Social partners debate wage bargaining model
The pre-negotiations for the next bargaining round in 2010 have already begun between the social partners in the summer of 2009. However, the parties have not only discussed the prospects for wage increases in 2010, they have also debated whether there is a need for reforming the Swedish wage formation system. The Swedish Trade Union Confederation proposes looking at economic sectors other than manufacturing in terms of setting the trend for wage formation in the future.
The next major bargaining round, which will take place in 2010 and during which about 500 out of 600 collective agreements will be negotiated, has in some ways already begun. The social partners have started to discuss the prospects of the upcoming bargaining round, as well as the principles on which wage bargaining is established in Sweden. The Swedish Trade Union Confederation (Landsorganisationen i Sverige, LO) has opened the debate by introducing a proposal for changing the wage bargaining system in the future. The current system of wage coordination is built on the idea that the social partners in the manufacturing industry conclude an agreement and thereby set the framework for wage bargaining in all other sectors of the economy.
During the spring of 2009, the negotiations on a new national agreement to replace the current one (Saltsjöbadsavtalet) from 1938 broke down between the Confederation of Swedish Enterprise (Svenskt Näringsliv), the Council for Negotiation and Cooperation (Förhandlings- och samverkansrådet, PTK) and LO. The differences of opinion between the social partners regarding whether the Swedish labour market model is in need of reform were irreconcilable (SE0903029I). Over the past decades, the social partners have agreed on the manufacturing sector being the trend-setting industry in wage formation for the other economic sectors. This consensus has now been challenged by both LO and the independent research institute Ratio Institute.
Research institute challenges labour market model
The Ratio Institute has recently organised a seminar where the social partners and other stakeholders discussed the Swedish labour market model. In addition, Ratio has published several books lately, in which the Swedish labour market model is criticised for contributing to an unhealthy centralised wage formation system that prevents new employment and sustainable wage development. In one of its publications, the Ratio Institute compares the employer organisations and trade unions with some form of cartels leading to a distorted wage policy. According to the research institute, the trade unions aim to increase wage rates by preventing workers from accepting wages lower than the minimum wages agreed on in collective agreements, while the employer organisations try to keep wage rates down by preventing competition for labour.
The Ratio Institute argues that the Swedish labour market model is a good system for the people who are part of it. For these people, real wages have increased significantly, which has given them a certain level of security. However, for people without permanent employment or those excluded from the labour market, such as young people and migrants, the situation is quite the opposite as they do not have access to the same level of security, according to a researcher at Ratio, Henrik Lindberg.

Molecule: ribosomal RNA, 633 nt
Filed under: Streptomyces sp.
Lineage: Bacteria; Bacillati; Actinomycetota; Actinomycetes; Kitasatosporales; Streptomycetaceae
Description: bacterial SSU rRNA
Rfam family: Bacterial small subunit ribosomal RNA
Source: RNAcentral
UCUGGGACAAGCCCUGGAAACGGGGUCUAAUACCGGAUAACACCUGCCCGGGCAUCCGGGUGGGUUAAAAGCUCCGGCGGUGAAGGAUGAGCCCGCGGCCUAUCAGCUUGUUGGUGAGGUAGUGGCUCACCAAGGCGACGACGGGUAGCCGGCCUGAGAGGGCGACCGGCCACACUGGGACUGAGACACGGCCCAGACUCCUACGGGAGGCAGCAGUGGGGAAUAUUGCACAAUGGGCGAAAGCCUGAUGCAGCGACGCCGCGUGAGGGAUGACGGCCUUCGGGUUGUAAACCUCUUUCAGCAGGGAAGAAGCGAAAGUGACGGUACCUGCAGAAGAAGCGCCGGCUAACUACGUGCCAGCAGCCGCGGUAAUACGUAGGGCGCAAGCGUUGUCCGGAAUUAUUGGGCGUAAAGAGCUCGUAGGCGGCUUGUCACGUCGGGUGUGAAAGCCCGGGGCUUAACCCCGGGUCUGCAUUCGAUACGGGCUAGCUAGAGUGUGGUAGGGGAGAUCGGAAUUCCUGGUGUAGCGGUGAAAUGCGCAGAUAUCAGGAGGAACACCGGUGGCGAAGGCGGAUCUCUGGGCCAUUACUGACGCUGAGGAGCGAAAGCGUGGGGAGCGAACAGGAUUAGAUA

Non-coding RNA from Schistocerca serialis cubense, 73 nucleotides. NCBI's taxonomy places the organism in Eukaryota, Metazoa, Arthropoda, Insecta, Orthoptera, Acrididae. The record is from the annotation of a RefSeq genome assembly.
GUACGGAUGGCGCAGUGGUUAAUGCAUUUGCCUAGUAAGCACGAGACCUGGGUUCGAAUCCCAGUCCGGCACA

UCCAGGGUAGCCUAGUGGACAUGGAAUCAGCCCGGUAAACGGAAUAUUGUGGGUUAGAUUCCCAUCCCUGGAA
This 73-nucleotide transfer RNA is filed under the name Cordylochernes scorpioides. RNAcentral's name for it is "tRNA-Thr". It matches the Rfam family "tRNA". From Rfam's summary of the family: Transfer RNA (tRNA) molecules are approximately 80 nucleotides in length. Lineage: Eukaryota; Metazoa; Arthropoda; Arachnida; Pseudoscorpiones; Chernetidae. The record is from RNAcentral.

Many of the social partner organisations and other labour market experts acknowledge the fact that the Swedish labour market model is under pressure – particularly after the European Court of Justice (EJC) ruling in the Laval Case and the effects of the current recession on the labour market.
Social partner reactions
Employer organisation criticism
In the spring of 2009, when the social partners began to discuss the issue of wage formation in 2010, LO claimed that, despite the economic crisis and its impact on the labour market, there would be scope for a wage increase of about 3% in 2010. This has been strongly criticised by the Confederation of Swedish Enterprise, which argued that such a wage increase would not be possible given the current economic situation and ongoing recession. The employer confederation has also criticised LO for not supporting the general crisis agreement for temporary layoffs that has been concluded between the Union of Metalworkers (IF Metall), one of LO’s member organisations, and the Association of Swedish Engineering Industries (Teknikföretagen) (SE0903019I). The Confederation of Swedish Enterprise accuses LO of contributing to rising unemployment by not concluding similar agreements in other sectors of the economy.
Trade union positions
Regarding the upcoming wage bargaining round in 2010, LO’s President, Wanja Lundby-Wedin, recently stated in an interview that other economic sectors rather than the manufacturing sector should be used to set the norm for wage formation in 2010. Some members of LO and the Confederation of Swedish Enterprise have strongly criticised LO’s initiative in this regard.
IF Metall – an LO-affiliated trade union criticising the initiative – considers that it is too late to introduce a new wage bargaining model for 2010. IF Metall states that there is a need to have a responsible and realistic wage bargaining round in 2010, which takes into account recessionary conditions such that companies will not be forced into bankruptcy. On the other hand, the President of the Union of Forestry, Wood and Graphical Workers (Facket för skogs- trä och grafisk bransch, GS), Per-Olof Sjöo, believes that it could be interesting to look at other economic sectors in terms of wage formation and is open to discussing a reform of the wage formation system. However, Mr Sjöo emphasised that, more importantly, the wage negotiations should not have any negative implications for employment in light of competition from other countries with more attractive wage levels.
Karolin Lovén, Oxford Research